Maintenance dose—Patients with advancing disease and increasing pain may require continual adjustment of dose. For many patients, however, there is a period of stability during which the dose required remains unchanged or needs only small adjustments, and this may last for weeks or months or sometimes longer. Once pain is relieved, maintenance will be with a controlled release morphine preparation. Controlled release morphine is available as a once daily preparation that remains effective for 24 hours or a twice daily preparation with effects that last 12 hours.
Alternative routes of administration
The rectal bioavailability of morphine is similar to its oral bioavailability, and it is widely available in suppository form. The rectal route may be appropriate in patients unable to take drugs by mouth, and the same dose as that taken orally should be given four hourly.
For many patients, however, it may be more convenient to convert directly to a subcutaneous infusion of opioid via an infusion device such as a portable, pocket sized, syringe driver. This simple technique allows continuous infusion of opioid analgesics in patients unable to take drugs by mouth. The relative potency of opioids is increased when they are given parenterally: the oral dose of morphine should be divided by two to get the equianalgesic dose of subcutaneous morphine and by three when converting to subcutaneous diamorphine.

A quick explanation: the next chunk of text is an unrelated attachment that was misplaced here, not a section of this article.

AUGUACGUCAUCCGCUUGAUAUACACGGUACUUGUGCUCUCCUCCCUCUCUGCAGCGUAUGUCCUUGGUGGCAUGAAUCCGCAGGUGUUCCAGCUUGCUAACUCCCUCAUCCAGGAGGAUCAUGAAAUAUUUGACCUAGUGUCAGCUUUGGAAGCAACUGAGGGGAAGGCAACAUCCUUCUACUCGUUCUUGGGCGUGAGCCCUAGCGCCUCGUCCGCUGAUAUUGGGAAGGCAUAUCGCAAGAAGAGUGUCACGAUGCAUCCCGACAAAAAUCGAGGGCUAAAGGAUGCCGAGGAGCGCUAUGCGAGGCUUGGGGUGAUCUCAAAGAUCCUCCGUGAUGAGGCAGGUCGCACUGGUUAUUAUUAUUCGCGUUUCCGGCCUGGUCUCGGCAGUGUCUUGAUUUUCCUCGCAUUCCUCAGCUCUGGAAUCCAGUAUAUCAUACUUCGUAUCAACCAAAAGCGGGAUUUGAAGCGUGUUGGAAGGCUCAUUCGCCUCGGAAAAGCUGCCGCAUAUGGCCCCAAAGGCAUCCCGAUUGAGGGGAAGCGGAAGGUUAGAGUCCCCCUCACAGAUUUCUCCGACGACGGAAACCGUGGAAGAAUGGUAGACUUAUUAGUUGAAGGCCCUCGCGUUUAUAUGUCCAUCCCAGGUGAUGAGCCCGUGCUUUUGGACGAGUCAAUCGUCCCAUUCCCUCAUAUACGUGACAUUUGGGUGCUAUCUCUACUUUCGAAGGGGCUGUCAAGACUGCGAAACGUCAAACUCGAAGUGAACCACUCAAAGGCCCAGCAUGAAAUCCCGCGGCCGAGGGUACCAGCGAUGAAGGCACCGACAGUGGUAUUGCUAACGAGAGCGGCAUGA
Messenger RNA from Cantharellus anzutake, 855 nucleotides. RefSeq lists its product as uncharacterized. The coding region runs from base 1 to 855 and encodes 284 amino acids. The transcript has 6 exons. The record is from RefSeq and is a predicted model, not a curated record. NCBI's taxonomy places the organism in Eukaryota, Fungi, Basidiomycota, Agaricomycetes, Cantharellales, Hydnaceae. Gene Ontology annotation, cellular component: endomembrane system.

Rarely, patients may require intravenous administration, and this route may be particularly appropriate for those with an indwelling central line, particularly children.
The indications for administration of strong opioids by intrathecal or epidural routes remain somewhat controversial. There is agreement that patients with pain that is sensitive to opioids who experience intolerable adverse effects with systemic administration may be able to tolerate epidural or intrathecal administration, since much smaller doses of opioid are required to get the same analgesic effect. The more widespread use of these routes is, in general, not justified.
Tolerance and addiction